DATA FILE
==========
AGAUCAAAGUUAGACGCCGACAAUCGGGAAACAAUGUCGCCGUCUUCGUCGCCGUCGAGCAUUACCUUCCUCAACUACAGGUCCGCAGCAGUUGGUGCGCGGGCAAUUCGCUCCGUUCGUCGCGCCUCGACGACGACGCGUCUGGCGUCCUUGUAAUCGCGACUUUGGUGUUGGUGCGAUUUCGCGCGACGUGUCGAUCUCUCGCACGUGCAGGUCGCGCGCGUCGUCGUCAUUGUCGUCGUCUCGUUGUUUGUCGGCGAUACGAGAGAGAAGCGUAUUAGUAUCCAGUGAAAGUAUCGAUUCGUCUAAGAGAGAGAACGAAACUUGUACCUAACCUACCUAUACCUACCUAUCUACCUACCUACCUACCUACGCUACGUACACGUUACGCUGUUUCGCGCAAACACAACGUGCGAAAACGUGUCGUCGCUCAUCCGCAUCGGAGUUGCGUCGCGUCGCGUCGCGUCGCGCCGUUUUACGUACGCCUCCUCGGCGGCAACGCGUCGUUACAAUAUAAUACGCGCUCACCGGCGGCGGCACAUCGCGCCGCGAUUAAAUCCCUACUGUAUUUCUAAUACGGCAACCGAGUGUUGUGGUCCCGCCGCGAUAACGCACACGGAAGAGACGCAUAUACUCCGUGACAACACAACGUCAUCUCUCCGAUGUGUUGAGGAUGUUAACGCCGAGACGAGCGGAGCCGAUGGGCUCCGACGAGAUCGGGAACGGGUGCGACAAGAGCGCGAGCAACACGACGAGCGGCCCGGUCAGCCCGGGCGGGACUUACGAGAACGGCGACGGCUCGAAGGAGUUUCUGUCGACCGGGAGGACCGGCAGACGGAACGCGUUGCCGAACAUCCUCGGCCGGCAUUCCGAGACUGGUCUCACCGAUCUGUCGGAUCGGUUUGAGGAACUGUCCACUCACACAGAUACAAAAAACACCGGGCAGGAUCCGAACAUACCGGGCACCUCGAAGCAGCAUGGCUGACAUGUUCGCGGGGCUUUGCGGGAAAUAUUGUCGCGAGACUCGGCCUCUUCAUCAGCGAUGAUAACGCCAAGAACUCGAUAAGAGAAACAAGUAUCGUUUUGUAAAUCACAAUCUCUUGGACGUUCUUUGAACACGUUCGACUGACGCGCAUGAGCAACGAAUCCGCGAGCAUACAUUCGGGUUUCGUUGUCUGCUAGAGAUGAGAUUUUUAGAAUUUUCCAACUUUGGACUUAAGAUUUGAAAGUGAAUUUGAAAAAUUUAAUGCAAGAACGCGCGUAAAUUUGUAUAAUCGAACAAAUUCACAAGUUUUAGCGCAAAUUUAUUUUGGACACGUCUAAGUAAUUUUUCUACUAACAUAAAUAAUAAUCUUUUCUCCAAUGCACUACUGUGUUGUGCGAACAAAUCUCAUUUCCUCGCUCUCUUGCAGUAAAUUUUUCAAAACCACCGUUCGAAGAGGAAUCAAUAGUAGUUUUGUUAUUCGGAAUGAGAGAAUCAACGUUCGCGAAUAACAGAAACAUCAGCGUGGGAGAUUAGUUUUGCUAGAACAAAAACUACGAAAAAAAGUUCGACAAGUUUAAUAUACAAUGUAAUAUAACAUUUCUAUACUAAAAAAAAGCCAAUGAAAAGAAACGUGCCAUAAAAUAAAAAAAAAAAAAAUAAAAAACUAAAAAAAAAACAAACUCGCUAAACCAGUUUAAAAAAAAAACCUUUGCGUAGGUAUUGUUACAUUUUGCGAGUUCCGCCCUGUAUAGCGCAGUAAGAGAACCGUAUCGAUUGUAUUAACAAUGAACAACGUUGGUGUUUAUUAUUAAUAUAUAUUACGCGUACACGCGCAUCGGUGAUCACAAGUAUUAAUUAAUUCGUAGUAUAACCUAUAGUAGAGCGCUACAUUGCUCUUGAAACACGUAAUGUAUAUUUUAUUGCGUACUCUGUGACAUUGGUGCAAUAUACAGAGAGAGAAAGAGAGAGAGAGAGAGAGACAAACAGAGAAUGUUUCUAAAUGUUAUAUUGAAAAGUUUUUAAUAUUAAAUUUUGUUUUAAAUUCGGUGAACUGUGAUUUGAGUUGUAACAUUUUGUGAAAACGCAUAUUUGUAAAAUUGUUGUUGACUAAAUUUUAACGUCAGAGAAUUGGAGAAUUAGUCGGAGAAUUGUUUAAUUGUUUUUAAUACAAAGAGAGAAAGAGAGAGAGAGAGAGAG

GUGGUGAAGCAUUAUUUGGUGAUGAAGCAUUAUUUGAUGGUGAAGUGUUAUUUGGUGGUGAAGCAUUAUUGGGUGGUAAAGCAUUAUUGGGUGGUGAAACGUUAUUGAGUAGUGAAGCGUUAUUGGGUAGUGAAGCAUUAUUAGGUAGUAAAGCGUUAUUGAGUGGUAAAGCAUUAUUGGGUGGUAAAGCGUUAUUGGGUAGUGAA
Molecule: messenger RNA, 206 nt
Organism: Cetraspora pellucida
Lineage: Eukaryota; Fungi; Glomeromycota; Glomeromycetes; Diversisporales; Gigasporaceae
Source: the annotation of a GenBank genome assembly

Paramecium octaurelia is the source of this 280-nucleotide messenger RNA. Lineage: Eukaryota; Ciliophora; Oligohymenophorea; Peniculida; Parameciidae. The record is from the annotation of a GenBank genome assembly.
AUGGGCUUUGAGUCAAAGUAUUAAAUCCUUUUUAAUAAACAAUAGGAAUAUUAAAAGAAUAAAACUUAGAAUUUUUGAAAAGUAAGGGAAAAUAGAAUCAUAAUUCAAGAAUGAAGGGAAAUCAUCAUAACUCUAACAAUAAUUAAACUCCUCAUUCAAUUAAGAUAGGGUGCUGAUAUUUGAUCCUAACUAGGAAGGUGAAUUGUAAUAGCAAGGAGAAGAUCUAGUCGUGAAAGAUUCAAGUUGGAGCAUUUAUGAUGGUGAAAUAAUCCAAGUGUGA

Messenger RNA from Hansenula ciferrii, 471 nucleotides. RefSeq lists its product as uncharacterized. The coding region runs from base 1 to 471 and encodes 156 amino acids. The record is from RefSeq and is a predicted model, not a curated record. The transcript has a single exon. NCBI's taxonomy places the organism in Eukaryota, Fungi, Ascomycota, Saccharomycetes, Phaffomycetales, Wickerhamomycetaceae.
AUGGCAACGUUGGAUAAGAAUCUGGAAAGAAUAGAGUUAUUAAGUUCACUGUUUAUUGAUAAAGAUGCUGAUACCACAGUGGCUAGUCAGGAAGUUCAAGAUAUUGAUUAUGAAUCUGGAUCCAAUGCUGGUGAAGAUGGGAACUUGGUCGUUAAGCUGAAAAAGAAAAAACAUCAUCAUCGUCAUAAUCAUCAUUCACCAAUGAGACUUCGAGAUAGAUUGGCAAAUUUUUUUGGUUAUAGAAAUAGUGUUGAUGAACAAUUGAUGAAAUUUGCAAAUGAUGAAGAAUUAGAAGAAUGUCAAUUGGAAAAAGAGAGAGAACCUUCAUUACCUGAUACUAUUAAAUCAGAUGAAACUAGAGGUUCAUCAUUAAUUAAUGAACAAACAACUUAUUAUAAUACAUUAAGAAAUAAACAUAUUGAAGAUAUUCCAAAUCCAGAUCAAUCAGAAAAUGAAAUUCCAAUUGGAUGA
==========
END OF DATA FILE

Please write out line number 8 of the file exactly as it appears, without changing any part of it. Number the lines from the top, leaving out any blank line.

AUGGGCUUUGAGUCAAAGUAUUAAAUCCUUUUUAAUAAACAAUAGGAAUAUUAAAAGAAUAAAACUUAGAAUUUUUGAAAAGUAAGGGAAAAUAGAAUCAUAAUUCAAGAAUGAAGGGAAAUCAUCAUAACUCUAACAAUAAUUAAACUCCUCAUUCAAUUAAGAUAGGGUGCUGAUAUUUGAUCCUAACUAGGAAGGUGAAUUGUAAUAGCAAGGAGAAGAUCUAGUCGUGAAAGAUUCAAGUUGGAGCAUUUAUGAUGGUGAAAUAAUCCAAGUGUGA